Duplicate vials of each gamma irradiation experimental set and virus control vials were prepared from the virus stock. All the cryovials were sealed using a Parafilm, packed in a biohazard bag and thoroughly surface disinfected. The experimental sets of the cryovials were sent out from the containment laboratory to a BSL-2 laboratory for gamma irradiation. Non-irradiated virus control vials were stored at −80°C until further use.
A gamma chamber (GC-5000) with a cobalt-60 source [Board of Radiation and Isotope Technology (BRIT), India] was used for gamma irradiation experiments. Annually, the gamma dosimetry of GC-5000 is established by the authorities of BRIT, Mumbai, at ICMR-NIV, Pune. Uncertainty in the absorbed dose was determined using a dosimeter during GC-5000 calibration. This process validated the actual gamma radiation dose imparted to the specimens in GC-5000. Virus stock vials for gamma irradiation experiments were thawed in an ice bucket. The vials were placed in the biohazard bag containing ice flakes. The sample bucket was taken out of the sample chamber by turning the slide locking arrangement of the removable half door. The biohazard bag with the specimens was then loaded in the bucket and the bucket was again fixed in the sample chamber. After closing the sample chamber, the system was operated on auto mode. The gamma-irradiated specimens were removed after the completion of each irradiation dose of 1, 5, 10, 15 and 25 kGy. Two vials of each irradiated specimen were tested in duplicates using the TCID50 assay to determine the inactivation of the irradiated virus specimens.
The TCID50 assay of the irradiated specimens (preliminary study) demonstrated that SARS-CoV-2 was inactivated by gamma irradiation at the 10 kGy dose (data not shown). This confirmed the complete inactivation of SARS-CoV-2 at this dose. All the gamma doses above 10 kGy (15, 20 and 25 kGy) were also found to inactivate the virus completely. A dose of 5 kGy failed to completely inactivate the SARS-CoV-2 with a remaining titre of 10 TCID50 observed.
Another experiment was carried out in duplicate with gamma irradiation doses of 1, 2, 3, 4, 5, 6, 7, 8, 9 and 10 kGy to determine the dose-response kinetics for inactivation of SARS-CoV-2. The results of this study revealed the complete inactivation of SARS-CoV-2 at doses of 6 kGy and above. The non-irradiated virus control specimens of both the experiments did not show any reduction in the original virus titre with a standard error of ± 0.5 log10×103 TCID50/ml [Figure 1]. The D10 value is the ability of gamma radiation to reduce an exposed microbial population 90 per cent (one log10) under standard conditions of time, temperature and dose. The D10 values were calculated using the inverse of the slopes of the regression lines (1/slope) of gamma irradiation dose against log virus titre using Microsoft Office Excel 2007 (Microsoft Corp., Redmond, WA, USA). The D10 was found to be 1.09 kGy. This corresponds to a 0.92 log10 reduction in titre per kGy [Figure 2].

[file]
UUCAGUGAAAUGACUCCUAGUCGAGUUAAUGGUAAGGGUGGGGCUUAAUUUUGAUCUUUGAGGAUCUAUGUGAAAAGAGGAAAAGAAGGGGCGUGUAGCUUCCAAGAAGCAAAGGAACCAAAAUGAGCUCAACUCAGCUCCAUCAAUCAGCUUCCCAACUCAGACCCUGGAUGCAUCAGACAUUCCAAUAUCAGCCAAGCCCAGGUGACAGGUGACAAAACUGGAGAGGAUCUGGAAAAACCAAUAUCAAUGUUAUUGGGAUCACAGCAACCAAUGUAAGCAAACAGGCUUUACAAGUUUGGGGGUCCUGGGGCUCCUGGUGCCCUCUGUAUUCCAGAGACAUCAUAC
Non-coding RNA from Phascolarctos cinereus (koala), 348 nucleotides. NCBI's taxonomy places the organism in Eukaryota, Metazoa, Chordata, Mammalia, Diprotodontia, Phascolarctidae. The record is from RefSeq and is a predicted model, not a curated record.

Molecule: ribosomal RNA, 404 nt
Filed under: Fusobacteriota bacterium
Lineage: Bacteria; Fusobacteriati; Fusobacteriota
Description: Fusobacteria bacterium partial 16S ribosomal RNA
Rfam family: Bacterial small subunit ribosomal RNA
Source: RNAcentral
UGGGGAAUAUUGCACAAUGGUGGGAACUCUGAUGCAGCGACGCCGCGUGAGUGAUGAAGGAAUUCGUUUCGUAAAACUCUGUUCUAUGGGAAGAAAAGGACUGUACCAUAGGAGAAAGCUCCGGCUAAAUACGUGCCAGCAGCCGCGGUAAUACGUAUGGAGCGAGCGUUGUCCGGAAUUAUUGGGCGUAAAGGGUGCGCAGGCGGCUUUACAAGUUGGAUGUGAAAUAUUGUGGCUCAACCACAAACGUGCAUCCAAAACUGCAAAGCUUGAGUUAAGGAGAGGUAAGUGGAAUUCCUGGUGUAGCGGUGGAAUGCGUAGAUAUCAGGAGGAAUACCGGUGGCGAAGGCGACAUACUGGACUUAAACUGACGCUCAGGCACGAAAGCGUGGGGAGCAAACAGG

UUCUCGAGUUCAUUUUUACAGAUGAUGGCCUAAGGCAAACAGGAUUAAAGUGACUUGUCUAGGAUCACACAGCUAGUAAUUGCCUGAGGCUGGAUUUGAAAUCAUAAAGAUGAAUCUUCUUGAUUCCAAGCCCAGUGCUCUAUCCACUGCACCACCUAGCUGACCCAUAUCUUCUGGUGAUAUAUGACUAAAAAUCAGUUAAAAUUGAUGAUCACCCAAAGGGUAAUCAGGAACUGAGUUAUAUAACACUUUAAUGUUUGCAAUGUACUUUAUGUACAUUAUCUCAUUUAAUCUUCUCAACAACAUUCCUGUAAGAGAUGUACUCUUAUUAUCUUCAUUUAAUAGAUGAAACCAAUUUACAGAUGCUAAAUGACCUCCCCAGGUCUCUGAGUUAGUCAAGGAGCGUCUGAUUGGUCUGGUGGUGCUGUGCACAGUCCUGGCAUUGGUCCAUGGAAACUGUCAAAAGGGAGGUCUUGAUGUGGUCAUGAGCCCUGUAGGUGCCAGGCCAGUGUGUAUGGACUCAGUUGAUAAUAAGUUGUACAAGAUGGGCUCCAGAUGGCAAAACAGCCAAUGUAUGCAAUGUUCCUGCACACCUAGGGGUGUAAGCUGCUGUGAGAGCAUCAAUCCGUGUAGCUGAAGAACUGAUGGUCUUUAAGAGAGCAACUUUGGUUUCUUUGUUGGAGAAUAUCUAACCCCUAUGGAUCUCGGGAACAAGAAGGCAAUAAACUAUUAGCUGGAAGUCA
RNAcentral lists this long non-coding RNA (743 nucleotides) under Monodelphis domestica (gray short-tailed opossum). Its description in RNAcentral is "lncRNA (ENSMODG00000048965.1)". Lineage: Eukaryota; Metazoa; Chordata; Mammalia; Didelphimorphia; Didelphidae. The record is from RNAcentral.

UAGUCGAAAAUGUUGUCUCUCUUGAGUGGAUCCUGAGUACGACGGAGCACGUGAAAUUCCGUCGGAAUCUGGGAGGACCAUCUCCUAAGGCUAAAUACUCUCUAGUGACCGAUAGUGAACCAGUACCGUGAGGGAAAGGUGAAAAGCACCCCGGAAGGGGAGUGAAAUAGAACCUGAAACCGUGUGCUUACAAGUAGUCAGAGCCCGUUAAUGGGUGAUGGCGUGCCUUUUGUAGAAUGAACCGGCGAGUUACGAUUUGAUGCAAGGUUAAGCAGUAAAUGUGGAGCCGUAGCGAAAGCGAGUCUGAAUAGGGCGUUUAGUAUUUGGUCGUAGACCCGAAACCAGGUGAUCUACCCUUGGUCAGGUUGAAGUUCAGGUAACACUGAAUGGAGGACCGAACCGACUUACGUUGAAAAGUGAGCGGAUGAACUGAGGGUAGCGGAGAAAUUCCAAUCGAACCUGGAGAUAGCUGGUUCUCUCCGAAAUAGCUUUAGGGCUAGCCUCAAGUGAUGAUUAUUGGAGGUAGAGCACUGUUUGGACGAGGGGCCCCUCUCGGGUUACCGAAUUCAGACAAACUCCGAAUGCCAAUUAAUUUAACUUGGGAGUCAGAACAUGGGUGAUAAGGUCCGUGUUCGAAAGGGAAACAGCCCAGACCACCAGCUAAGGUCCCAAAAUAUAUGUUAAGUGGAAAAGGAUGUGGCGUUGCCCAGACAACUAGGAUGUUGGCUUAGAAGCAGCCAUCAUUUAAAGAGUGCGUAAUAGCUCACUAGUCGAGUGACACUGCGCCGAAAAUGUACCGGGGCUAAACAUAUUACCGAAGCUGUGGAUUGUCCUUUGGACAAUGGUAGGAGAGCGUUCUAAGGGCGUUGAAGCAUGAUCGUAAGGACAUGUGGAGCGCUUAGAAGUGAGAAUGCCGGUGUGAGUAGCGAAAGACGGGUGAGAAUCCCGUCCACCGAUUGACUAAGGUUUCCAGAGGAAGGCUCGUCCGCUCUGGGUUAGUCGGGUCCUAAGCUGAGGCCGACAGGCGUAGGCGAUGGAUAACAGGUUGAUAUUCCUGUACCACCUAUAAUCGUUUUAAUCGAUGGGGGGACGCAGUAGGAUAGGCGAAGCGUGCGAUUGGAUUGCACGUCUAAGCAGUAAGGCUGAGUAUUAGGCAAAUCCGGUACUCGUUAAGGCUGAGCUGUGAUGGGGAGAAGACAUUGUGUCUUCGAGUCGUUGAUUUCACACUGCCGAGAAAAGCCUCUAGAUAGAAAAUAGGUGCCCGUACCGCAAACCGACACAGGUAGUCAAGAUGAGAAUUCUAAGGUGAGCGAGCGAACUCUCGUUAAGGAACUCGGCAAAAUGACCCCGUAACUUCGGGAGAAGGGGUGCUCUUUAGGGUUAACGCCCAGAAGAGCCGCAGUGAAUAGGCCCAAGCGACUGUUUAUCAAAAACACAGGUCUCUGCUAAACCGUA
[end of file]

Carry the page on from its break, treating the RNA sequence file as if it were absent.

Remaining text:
|Figure 1: Effect of gamma radiation on the infectivity of SARS-CoV-2. TCID50, median tissue culture infectious dose.|
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|Figure 2: Plot used for calculating the gamma radiation dose required to reduce infectivity of SARS-CoV-2 by 90% (D10 value) in kGy.|
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Feldman et al reported inactivation of another betacoronavirus, SARS-CoV, with gamma irradiation dose of 10 kGy. The present study demonstrated the inactivation of SARS-CoV-2 by gamma irradiation at doses expected to inactivate viruses. Understanding of the gamma inactivation dose and optimization of gamma inactivation procedure for SARS-CoV-2 should help in developing non-infectious and safe viral stocks for use in preparing diagnostic reagents. The data generated from this study can also be utilized further for the gamma inactivation of quality control panels of diagnostic kits and clinical specimens of SARS-CoV-2.
Acknowledgment: Authors acknowledge the support and guidance of Dr Priya Abraham, Director, ICMR-NIV, Pune, and Servshri Mayur Mohite and Yogendra Gondane for the technical assistance.
Financial support & sponsorship: Financial support was provided by the ICMR-NIV, Pune.
Conflicts of Interest: None.